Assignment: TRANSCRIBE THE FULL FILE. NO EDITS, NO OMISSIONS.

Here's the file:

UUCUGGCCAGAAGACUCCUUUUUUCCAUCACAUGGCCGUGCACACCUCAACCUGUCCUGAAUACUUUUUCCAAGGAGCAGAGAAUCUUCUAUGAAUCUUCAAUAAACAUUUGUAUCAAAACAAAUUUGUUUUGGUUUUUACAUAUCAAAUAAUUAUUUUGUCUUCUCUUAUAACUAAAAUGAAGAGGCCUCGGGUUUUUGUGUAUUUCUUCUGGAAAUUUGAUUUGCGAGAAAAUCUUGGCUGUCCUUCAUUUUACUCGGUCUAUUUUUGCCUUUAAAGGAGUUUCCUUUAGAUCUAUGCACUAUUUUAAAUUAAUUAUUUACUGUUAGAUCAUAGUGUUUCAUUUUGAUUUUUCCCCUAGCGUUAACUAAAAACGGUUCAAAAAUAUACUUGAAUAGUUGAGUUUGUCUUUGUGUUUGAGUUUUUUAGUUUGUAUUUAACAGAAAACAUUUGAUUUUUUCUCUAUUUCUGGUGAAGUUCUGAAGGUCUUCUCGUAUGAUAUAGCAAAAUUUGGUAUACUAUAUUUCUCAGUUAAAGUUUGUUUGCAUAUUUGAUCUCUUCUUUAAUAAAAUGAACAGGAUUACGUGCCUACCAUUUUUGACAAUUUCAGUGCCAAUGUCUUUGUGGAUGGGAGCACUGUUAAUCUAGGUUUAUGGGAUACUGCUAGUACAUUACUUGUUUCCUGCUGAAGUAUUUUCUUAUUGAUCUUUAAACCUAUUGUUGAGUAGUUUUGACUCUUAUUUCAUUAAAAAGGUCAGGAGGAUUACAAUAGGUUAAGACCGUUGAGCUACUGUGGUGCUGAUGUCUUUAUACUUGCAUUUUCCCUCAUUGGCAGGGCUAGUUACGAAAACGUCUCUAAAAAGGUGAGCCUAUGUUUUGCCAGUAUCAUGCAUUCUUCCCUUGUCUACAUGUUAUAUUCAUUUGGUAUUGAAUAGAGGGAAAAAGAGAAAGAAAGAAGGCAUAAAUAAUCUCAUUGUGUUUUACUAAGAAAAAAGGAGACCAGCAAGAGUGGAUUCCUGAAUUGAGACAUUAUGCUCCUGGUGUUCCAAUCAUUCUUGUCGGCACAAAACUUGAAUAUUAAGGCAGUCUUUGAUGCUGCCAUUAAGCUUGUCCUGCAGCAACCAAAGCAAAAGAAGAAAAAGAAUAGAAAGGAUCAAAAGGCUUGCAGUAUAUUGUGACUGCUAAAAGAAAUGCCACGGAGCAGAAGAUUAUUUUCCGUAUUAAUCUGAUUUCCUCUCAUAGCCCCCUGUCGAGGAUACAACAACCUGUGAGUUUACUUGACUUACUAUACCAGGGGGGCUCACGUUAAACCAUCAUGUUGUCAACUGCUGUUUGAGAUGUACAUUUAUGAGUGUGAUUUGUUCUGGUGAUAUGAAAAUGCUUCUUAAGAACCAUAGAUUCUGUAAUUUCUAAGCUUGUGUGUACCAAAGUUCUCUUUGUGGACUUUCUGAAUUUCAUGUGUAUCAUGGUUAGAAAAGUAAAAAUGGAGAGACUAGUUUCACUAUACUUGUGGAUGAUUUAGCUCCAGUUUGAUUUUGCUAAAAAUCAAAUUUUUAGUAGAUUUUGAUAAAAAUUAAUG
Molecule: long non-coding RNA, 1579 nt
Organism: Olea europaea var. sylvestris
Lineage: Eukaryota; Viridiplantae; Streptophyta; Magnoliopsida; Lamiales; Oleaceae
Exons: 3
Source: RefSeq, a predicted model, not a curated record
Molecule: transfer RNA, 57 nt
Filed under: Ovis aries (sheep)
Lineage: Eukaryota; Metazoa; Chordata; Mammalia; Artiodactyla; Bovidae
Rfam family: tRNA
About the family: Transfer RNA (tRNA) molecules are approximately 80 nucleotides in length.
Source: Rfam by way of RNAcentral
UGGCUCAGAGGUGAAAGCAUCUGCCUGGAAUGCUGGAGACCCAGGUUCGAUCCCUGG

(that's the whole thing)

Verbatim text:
UUCUGGCCAGAAGACUCCUUUUUUCCAUCACAUGGCCGUGCACACCUCAACCUGUCCUGAAUACUUUUUCCAAGGAGCAGAGAAUCUUCUAUGAAUCUUCAAUAAACAUUUGUAUCAAAACAAAUUUGUUUUGGUUUUUACAUAUCAAAUAAUUAUUUUGUCUUCUCUUAUAACUAAAAUGAAGAGGCCUCGGGUUUUUGUGUAUUUCUUCUGGAAAUUUGAUUUGCGAGAAAAUCUUGGCUGUCCUUCAUUUUACUCGGUCUAUUUUUGCCUUUAAAGGAGUUUCCUUUAGAUCUAUGCACUAUUUUAAAUUAAUUAUUUACUGUUAGAUCAUAGUGUUUCAUUUUGAUUUUUCCCCUAGCGUUAACUAAAAACGGUUCAAAAAUAUACUUGAAUAGUUGAGUUUGUCUUUGUGUUUGAGUUUUUUAGUUUGUAUUUAACAGAAAACAUUUGAUUUUUUCUCUAUUUCUGGUGAAGUUCUGAAGGUCUUCUCGUAUGAUAUAGCAAAAUUUGGUAUACUAUAUUUCUCAGUUAAAGUUUGUUUGCAUAUUUGAUCUCUUCUUUAAUAAAAUGAACAGGAUUACGUGCCUACCAUUUUUGACAAUUUCAGUGCCAAUGUCUUUGUGGAUGGGAGCACUGUUAAUCUAGGUUUAUGGGAUACUGCUAGUACAUUACUUGUUUCCUGCUGAAGUAUUUUCUUAUUGAUCUUUAAACCUAUUGUUGAGUAGUUUUGACUCUUAUUUCAUUAAAAAGGUCAGGAGGAUUACAAUAGGUUAAGACCGUUGAGCUACUGUGGUGCUGAUGUCUUUAUACUUGCAUUUUCCCUCAUUGGCAGGGCUAGUUACGAAAACGUCUCUAAAAAGGUGAGCCUAUGUUUUGCCAGUAUCAUGCAUUCUUCCCUUGUCUACAUGUUAUAUUCAUUUGGUAUUGAAUAGAGGGAAAAAGAGAAAGAAAGAAGGCAUAAAUAAUCUCAUUGUGUUUUACUAAGAAAAAAGGAGACCAGCAAGAGUGGAUUCCUGAAUUGAGACAUUAUGCUCCUGGUGUUCCAAUCAUUCUUGUCGGCACAAAACUUGAAUAUUAAGGCAGUCUUUGAUGCUGCCAUUAAGCUUGUCCUGCAGCAACCAAAGCAAAAGAAGAAAAAGAAUAGAAAGGAUCAAAAGGCUUGCAGUAUAUUGUGACUGCUAAAAGAAAUGCCACGGAGCAGAAGAUUAUUUUCCGUAUUAAUCUGAUUUCCUCUCAUAGCCCCCUGUCGAGGAUACAACAACCUGUGAGUUUACUUGACUUACUAUACCAGGGGGGCUCACGUUAAACCAUCAUGUUGUCAACUGCUGUUUGAGAUGUACAUUUAUGAGUGUGAUUUGUUCUGGUGAUAUGAAAAUGCUUCUUAAGAACCAUAGAUUCUGUAAUUUCUAAGCUUGUGUGUACCAAAGUUCUCUUUGUGGACUUUCUGAAUUUCAUGUGUAUCAUGGUUAGAAAAGUAAAAAUGGAGAGACUAGUUUCACUAUACUUGUGGAUGAUUUAGCUCCAGUUUGAUUUUGCUAAAAAUCAAAUUUUUAGUAGAUUUUGAUAAAAAUUAAUG
Molecule: long non-coding RNA, 1579 nt
Organism: Olea europaea var. sylvestris
Lineage: Eukaryota; Viridiplantae; Streptophyta; Magnoliopsida; Lamiales; Oleaceae
Exons: 3
Source: RefSeq, a predicted model, not a curated record
Molecule: transfer RNA, 57 nt
Filed under: Ovis aries (sheep)
Lineage: Eukaryota; Metazoa; Chordata; Mammalia; Artiodactyla; Bovidae
Rfam family: tRNA
About the family: Transfer RNA (tRNA) molecules are approximately 80 nucleotides in length.
Source: Rfam by way of RNAcentral
UGGCUCAGAGGUGAAAGCAUCUGCCUGGAAUGCUGGAGACCCAGGUUCGAUCCCUGG